“Go ahead, Lucia.” And she went into the house, supposedly to talk to Father Ferreira. My own two children stood there on the steps, while I was with Antonio, Lucia’s father. It was just a trick, this business of talking to the pastor,19 because when it was time for Jacinta and Francisco to go in, the mayor said, “It doesn’t matter now. We can all get started.” Well, it was a smart trick, all right, because I hadn’t noticed the mayor’s carriage moving closer all the time to the steps where the children were standing. First thing I knew, the mayor had them seated with him. Francisco in the front, and the two girls in the back. The horse went off at a lively trot. For a while it looked as though they were going to the Cova da Iria, but when they got to the main road the horse was whipped suddenly and they were off, racing toward Ourem. And there was nothing I could do.

[19. Ti Marto is mistaken on this point. Lucia was in fact questioned by the parish priest at the request of the mayor, according to the Canonical Inquiry. “Who taught you to say the things which you are saying?” Father Ferreira asked. “The Lady I saw in the Cova da Iria.”]

“Those who go about spreading such lies as you are doing will be judged and will go to hell if they are not true. More and more people are being deceived by you.”
“If people who lie go to hell then I shall not go to hell, because I am not lying and I say only what I saw and what the Lady told me. And the people go there because they want to; we do not tell them to go.”
“Is it true that the Lady told you a secret?”
“Yes, but I cannot tell it. If your Reverence wants to know it, I will ask the Lady, and if she allows me to, then I will tell it to you.”
The mayor said: “These are supernatural things. Let us go.” He got up and went out of the room, obliging the children to enter the carriage in the presence of their fathers
The horse and carriage moved briskly along the road to Vila Nova de Ourem. Lucia turned to the mayor and said, “Where are you taking us? This isn’t the way to the Cova da Iria.”

We have no precise report on the conversation that followed, except that the mayor, in uneasy possession of his kidnapped cargo, attempted to calm them. He was merely taking them to Ourem, he explained, to see the parish priest there, after which, he insisted, they would be returned to the Cova by automobile. He appears to have been a nervous and unskilled liar. Along the road now, people began to recognise first the mayor’s carriage, and then its unwilling passengers. Just how noisy or conspicuous they were, we do not know, but in any event the mayor did feel obliged to cover all three with a carriage rug on the floor to keep them out of sight.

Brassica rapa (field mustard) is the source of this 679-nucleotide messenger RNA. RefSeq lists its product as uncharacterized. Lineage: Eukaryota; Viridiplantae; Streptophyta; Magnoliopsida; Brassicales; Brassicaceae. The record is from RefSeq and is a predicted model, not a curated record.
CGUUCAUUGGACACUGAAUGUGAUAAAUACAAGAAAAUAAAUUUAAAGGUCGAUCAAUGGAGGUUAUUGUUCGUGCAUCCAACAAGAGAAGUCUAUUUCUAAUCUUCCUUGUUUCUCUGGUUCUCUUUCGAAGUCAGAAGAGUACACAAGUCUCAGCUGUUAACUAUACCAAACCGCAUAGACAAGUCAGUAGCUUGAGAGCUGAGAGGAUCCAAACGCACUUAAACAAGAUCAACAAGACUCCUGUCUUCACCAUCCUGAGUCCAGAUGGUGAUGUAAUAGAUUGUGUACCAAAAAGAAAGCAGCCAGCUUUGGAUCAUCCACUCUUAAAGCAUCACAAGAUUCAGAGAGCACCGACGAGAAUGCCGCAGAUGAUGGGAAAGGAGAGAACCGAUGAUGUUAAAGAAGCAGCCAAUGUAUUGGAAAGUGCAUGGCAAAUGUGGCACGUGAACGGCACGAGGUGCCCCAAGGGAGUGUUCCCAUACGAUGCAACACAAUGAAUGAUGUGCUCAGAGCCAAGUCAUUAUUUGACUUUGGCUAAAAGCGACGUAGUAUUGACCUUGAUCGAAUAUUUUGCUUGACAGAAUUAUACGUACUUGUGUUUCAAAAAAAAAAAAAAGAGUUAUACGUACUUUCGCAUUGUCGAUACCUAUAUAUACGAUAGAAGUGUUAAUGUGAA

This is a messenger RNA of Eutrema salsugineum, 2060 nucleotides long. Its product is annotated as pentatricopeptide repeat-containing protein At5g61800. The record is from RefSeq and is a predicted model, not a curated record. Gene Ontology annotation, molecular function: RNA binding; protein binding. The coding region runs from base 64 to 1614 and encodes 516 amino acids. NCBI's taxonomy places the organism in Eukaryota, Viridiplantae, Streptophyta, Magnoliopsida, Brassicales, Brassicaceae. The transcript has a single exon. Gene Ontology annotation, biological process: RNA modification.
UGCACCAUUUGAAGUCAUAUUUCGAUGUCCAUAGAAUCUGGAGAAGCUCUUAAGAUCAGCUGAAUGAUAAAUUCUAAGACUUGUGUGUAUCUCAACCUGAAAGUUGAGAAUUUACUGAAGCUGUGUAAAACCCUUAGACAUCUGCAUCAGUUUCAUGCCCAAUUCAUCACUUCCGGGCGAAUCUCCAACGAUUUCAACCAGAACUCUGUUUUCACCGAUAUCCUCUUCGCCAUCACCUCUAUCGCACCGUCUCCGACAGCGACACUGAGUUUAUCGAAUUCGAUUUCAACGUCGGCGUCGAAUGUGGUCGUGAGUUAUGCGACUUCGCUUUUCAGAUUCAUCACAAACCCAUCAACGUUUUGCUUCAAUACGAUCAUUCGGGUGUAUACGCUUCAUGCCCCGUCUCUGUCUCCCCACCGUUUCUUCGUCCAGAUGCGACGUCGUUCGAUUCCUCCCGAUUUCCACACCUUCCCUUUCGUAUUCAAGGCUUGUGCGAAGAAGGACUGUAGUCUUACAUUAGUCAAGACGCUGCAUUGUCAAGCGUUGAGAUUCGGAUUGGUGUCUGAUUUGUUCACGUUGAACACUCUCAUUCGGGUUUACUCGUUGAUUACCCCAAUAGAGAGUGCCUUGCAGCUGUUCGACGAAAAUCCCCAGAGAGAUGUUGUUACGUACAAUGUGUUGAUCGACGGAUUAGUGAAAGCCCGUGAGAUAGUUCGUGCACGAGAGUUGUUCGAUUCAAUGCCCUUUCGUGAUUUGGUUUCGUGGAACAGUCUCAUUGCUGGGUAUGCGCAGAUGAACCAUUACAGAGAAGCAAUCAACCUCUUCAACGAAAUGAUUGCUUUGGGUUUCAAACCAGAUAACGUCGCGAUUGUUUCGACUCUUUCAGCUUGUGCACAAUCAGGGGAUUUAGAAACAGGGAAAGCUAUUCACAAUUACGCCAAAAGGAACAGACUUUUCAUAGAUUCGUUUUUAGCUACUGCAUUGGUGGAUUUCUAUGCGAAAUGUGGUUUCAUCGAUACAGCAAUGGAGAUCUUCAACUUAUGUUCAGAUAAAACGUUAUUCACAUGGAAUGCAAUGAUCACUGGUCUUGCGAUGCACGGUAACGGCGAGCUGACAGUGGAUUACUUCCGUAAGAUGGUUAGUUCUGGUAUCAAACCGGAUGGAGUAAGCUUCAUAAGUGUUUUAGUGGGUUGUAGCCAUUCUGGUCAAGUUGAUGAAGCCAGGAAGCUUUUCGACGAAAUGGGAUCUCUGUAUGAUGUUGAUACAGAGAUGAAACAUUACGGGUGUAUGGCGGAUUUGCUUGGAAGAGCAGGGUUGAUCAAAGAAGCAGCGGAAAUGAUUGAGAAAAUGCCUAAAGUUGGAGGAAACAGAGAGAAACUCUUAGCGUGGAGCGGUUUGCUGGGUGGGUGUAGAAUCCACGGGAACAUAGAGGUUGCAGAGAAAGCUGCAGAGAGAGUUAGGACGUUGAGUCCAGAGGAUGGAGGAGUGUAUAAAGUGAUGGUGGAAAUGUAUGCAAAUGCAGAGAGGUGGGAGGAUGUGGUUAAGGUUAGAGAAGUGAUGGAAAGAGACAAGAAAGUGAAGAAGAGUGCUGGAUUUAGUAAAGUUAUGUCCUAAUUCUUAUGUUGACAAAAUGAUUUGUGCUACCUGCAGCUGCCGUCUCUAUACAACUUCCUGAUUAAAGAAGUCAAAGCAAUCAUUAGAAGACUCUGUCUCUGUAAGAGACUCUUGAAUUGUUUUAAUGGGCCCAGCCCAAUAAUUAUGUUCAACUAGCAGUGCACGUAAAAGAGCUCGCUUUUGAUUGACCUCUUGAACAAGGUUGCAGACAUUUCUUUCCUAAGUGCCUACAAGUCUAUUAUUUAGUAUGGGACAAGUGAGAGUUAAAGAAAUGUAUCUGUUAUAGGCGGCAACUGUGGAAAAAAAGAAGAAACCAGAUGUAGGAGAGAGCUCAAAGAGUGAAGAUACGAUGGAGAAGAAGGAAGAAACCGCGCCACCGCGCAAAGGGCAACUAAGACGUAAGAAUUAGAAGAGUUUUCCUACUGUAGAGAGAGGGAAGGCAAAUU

An hour or so later, they arrived at the mayor’s house. He shut them firmly in a room, and advised them they would not be freed until they confided their precious secret to him. Precisely why His Honour, the mayor, wanted to pry the children loose from their secret, remains a mystery. After all, he was a man of avowed disbelief in the supernatural. What value could another of their imaginative discourses have for him? Except, of course, that the secret might prove so ridiculous that its publication alone would dissolve the band of faithful who had come to believe in the incredible but lively legend of the three little prophets and their Lady.

Alone, the children appraised their situation. “If they kill us,” Jacinta said, “it won’t matter much; will it? Because we’ll all go straight to heaven.”

A willing, and perhaps even an eager martyr by now, Jacinta was a bit ahead of schedule. Actually, the balance of this afternoon was not unpleasant. The mayor, if less kindly and conscience-ridden than Pontius Pilate, had a wife whose sympathies belonged to his victims, rather than himself. She managed to free them from the room where they were confined, and to feed them generously, offering her own children as companions for the afternoon. Later, in the terrifying hours they were to know, she brought them books and toys, and did all in her limited power to soften their brutal ordeal.

Back at the Cova da Iria, of course, the children’s appointment with their Lady was not kept. But for evidence that the Queen of Heaven appeared on time, we offer the testimony that Maria da Capelinha has provided: